Once again, there were very few bugs. I spot a few tiny bwos and put on a size 24. Nothing. Before evening arrived, I had changed flies at least 10 times, including 3 variations of bwos. In that time, I had only 2 hits and missed both. It was just one of those days. It started to drizzle. I decided to give the fish a break : ) and practice casting. I walked back to the parking lot, put on an old leader, and practiced the double haul. After a while, I decided to call it a day.

As I'm changing out of my waders, a man from an RV parked at the far side of the lot walked over. He said he had watched me practice and asked how long I've been fly fishing, etc. He said he had some beers in his RV, if I wanted any (Yeah, right! It looked like he already had a couple). Perhaps he was just being friendly but the way he kept looking at me and at the contents of my car (trying to figure out if I was alone?), gave me the heebie jeebies. He was a bear of a man but not very fit. I figured I could outrun him if necessary. I thought, that can of bear spray from Montana would come in pretty handy right now. There were 2 other anglers on the river but they were far out of sight and sound.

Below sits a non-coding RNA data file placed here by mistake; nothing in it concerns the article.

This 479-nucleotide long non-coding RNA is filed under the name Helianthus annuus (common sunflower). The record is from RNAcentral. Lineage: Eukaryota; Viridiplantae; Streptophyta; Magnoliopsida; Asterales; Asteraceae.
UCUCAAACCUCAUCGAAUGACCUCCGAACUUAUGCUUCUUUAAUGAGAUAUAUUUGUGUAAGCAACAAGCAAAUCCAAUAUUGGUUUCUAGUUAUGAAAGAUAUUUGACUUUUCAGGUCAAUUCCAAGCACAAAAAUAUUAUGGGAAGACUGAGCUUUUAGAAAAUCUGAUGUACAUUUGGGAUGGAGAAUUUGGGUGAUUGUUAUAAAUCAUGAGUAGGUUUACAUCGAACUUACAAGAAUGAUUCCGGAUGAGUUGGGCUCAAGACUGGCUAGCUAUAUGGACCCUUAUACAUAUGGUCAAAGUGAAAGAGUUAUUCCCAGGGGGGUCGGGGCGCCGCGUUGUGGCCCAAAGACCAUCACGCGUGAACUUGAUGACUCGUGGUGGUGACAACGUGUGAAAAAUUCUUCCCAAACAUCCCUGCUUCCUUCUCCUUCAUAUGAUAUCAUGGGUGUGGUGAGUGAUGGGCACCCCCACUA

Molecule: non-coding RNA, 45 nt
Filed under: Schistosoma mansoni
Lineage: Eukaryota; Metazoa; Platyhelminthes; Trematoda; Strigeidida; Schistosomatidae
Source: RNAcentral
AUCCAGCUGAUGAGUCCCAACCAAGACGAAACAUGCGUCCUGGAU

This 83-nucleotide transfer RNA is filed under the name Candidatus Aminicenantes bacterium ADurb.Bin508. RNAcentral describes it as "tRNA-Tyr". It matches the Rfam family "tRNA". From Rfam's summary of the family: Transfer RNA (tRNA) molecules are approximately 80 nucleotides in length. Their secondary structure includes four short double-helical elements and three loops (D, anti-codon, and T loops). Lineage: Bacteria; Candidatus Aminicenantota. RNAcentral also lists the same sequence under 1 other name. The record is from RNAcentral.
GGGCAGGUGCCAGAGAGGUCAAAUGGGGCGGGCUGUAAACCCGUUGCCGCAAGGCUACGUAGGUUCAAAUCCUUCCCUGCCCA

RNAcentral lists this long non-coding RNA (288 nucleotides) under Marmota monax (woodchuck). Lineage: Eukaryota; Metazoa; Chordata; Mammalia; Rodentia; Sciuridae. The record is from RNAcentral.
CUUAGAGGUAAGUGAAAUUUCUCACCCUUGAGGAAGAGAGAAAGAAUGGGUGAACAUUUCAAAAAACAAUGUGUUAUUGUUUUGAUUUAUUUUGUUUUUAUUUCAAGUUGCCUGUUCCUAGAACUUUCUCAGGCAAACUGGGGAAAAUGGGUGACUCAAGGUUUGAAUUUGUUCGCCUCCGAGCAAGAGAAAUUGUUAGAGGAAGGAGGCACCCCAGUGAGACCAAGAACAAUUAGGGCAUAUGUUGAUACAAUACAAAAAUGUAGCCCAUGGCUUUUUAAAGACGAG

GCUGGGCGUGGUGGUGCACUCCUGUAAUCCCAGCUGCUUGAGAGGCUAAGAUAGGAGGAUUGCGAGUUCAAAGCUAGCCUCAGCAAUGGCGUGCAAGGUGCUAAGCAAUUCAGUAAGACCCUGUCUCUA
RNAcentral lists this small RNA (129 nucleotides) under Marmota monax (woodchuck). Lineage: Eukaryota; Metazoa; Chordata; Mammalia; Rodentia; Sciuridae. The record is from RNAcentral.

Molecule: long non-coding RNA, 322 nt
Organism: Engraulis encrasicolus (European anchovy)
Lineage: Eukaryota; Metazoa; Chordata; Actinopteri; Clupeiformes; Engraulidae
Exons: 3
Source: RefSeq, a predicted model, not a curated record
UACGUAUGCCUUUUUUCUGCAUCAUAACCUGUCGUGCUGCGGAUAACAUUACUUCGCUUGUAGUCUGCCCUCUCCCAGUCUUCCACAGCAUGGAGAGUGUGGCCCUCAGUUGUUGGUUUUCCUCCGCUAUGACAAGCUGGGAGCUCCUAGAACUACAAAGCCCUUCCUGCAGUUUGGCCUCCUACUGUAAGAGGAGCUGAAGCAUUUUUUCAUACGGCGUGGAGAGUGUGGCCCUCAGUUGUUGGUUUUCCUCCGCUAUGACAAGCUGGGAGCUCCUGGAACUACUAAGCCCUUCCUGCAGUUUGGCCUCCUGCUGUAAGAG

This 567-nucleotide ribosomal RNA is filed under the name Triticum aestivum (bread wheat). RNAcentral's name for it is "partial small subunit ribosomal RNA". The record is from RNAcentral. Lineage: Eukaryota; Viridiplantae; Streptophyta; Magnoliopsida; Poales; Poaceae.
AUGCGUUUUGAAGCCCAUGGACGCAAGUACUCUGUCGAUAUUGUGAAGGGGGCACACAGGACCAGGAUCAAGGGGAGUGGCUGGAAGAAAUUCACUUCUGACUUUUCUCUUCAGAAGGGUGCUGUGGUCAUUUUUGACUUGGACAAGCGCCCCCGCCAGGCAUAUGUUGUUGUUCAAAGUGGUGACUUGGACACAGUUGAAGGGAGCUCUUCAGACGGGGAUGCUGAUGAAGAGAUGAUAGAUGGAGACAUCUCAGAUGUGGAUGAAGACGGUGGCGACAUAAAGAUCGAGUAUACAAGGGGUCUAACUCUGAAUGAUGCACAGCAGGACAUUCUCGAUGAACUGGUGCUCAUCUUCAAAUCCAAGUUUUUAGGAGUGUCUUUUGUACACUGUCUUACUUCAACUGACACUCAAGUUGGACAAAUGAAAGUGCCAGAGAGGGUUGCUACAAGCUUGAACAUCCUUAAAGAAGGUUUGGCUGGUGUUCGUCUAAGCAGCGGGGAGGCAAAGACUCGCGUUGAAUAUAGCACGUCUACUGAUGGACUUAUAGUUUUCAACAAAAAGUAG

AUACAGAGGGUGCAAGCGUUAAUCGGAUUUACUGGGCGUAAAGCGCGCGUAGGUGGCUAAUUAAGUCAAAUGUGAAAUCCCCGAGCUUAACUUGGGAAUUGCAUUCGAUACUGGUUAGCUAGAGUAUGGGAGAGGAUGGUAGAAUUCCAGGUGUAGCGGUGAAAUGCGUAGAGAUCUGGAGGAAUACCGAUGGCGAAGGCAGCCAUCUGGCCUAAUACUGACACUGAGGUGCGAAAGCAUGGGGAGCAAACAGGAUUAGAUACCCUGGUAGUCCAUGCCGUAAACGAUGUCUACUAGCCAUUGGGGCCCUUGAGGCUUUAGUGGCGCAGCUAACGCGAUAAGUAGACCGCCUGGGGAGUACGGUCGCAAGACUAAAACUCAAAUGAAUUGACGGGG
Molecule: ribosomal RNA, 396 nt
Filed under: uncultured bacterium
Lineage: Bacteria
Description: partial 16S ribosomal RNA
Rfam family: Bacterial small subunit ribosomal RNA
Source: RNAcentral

Now that I find myself fishing more on my own and sometimes in isolated places, it's probably a good idea to either get a dog (wish I could borrow one for fishing trips : ) or carry some pepper spray with me--man spray/weirdo spray. Back in Montana, Josée and I had worried about running into bears. Back on the east coast, there are different types of bears to watch out for. Wish I was back in Montana. (Sigh...) I'll get over it, eventually.

Tuesday, August 2, 2011

Fishing Yellowstone National Park

Truly paradise! Driving through Paradise Valley.
The Gibbon
H: July 19, 2011: We took the short cut from West Yellowstone through the Park to Paradise Valley--a short cut assuming no bison, elk or moose jams... Our plan was to fish the Gibbon and Gardner rivers along the way. We went prepared, armed with a canister of bear spray that the folks at Blue Ribbon Flies convinced us to buy. Better safe, than sorry (or in this case, mauled). Yikes! Whether we'd be able to pull back the safety latch, aim with trembling hands and pounding hearts, and hit the feet of a charging grizzly 30 feet away--we hoped to never find out.